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External links

ar:ثنائي إيثيل الإيثر

bs:Dietil eter ca:Dietilèter cs:Diethylether de:Diethylether et:Dietüüleeter el:Διαιθυλαιθέρας es:Éter etílico fa:دی‌اتیل اتر fr:Éther diéthylique ko:다이에틸 에테르 id:Dietil eter it:Etere dietilico he:דיאתיל אתר lv:Dietilēteris lt:Dietileteris lmo:Eter dietilich hu:Dietil-éter mk:Диетил етер nl:Diethylether ja:ジエチルエーテル pl:Eter dietylowy pt:Éter etílico ru:Диэтиловый эфир simple:Diethyl ether sl:Dietil eter fi:Dietyylieetteri sv:Dietyleter tr:Dietil eter uk:Діетиловий ефір

  1. 1.0 1.1 "Ethyl Ether MSDS". J.T. Baker. Retrieved 2010-06-24. 
  2. 109. Aspergillus flavus mutant strain 241, blocked in aflatoxin biosynthesis, does not accumulate aflR transcript. Matthew P. Brown and Gary A. Payne, North Carolina State University, Raleigh, NC 27695
  3. P. T. Normann, A. Ripel and J. Morland (1987). "Diethyl Ether Inhibits Ethanol Metabolism in Vivo by Interaction with Alcohol Dehydrogenase". Alcoholism: Clinical and Experimental Research. 11 (2): 163–166. doi:10.1111/j.1530-0277.1987.tb01282.x. 
  4. Larry K. Keefer, William A. Garland, Neil F. Oldfield, James E. Swagzdis, and Bruce A. Mico (1985). "Inhibition of N-Nitrosodimethylamine Metabolism in Rats by Ether Anesthesia" (PDF). Cancer Research. 45: 5457–60. 
  5. 5.0 5.1 "Ethers, by Lawrence Karas and W. J. Piel". Kirk‑Othmer Encyclopedia of Chemical Technology. John Wiley & Sons, Inc. 2004. 
  6. "Extra Strength Starting Fluid: How it Works". Valvovine. Retrieved 2007-09-05.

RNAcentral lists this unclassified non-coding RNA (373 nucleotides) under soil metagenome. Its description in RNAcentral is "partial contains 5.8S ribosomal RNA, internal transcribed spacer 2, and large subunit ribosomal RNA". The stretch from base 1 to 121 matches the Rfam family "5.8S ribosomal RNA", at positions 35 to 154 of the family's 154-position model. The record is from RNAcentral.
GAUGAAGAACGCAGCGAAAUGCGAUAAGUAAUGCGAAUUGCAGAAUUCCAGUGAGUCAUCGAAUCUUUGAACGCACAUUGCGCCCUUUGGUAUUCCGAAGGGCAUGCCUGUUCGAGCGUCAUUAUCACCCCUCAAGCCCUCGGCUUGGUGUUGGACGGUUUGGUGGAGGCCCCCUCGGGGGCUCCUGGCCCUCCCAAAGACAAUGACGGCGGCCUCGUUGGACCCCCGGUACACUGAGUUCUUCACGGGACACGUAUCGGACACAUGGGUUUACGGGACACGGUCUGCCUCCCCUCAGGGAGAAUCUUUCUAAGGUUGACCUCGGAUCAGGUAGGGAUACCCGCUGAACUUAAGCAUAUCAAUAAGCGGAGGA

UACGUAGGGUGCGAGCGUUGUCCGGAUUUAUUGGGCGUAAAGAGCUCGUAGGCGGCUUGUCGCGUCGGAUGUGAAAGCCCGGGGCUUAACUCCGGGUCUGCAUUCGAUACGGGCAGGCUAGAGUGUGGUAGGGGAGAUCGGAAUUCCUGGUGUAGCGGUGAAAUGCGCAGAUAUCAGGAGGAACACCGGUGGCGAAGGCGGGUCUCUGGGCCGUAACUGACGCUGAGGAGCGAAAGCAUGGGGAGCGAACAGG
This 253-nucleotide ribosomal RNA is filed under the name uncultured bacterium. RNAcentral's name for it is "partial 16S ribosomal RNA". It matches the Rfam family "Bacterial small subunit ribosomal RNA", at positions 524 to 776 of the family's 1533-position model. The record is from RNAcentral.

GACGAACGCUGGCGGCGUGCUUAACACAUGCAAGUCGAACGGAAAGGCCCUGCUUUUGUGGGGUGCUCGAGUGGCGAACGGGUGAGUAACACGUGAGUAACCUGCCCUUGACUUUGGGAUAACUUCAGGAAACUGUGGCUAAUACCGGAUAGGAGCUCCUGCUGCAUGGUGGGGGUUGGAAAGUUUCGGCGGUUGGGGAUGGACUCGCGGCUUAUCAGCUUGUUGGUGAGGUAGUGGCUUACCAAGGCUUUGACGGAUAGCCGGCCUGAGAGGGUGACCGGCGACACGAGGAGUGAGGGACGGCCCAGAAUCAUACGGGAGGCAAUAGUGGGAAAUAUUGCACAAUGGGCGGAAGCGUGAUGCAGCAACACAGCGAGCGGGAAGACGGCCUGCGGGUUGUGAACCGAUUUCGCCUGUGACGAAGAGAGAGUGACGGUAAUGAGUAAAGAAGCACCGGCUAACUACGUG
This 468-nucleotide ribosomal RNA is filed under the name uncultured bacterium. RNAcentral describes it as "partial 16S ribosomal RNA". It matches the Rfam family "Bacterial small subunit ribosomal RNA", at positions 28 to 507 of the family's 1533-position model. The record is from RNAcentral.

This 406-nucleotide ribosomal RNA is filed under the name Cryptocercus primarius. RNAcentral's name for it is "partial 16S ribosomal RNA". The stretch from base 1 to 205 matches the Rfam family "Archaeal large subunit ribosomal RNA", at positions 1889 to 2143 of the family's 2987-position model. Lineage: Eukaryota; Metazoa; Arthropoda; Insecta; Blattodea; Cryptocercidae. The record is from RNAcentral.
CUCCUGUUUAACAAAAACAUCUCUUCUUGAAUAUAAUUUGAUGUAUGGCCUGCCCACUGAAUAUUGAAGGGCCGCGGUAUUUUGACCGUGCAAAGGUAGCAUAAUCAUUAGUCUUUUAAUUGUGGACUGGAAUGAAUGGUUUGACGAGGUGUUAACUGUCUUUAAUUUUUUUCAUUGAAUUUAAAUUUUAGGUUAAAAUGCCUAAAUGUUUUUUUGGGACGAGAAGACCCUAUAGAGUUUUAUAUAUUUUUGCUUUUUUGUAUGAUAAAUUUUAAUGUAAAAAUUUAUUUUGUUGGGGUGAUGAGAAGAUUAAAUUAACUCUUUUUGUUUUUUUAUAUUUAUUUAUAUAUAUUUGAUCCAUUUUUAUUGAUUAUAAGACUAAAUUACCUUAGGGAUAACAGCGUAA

7. Microsoft Word - RedListE2007.doc
  8. 8.0 8.1 Hill, John W. and Kolb, Doris K. Chemistry for changing times: 10th edition. Page 257. Pearson: Prentice Hall. Upper saddle river, New Jersey. 2004.
  9. Calderone, F.A. J. Pharmacology Experimental Therapeutics, 1935, 55(1), 24-39,
  10. Erowid Ether Vaults : Hoffmann's Drops
  11. Zandberg, Adrian (2010). ""Villages… Reek of Ether Vapours": Ether Drinking in Silesia before 1939". Medical History. 54 (3): 387–396. PMC 2890321Freely accessible. PMID 20592886. 
  12. Kaszycki, Nestor (2006-08-30). "Łemkowska Watra w Żdyni 2006 – pilnowanie ognia pamięci". – historia od podszewki (in Polish). Kraków, Poland: i-Press. Retrieved 2009-11-25. Dawniej eteru używało się w lecznictwie do narkozy, ponieważ ma właściwości halucynogenne, a już kilka kropel inhalacji wystarczyło do silnego znieczulenia pacjenta. Jednak eter, jak każda ciecz, może teoretycznie być napojem. Łemkowie tę teorię praktykują. Mimo to, nazywanie skroplonego eteru – „kropki” – ich „napojem narodowym” byłoby przesadą. Chociaż stanowi to pewną część mitu „bycia Łemkiem”. 
  13. Ethyl Ether, Chem. Economics Handbook. Menlo Park, Calif: SRI International. 1991. 
  14. Lua error in package.lua at line 80: module 'Module:Citation/CS1/Suggestions' not found.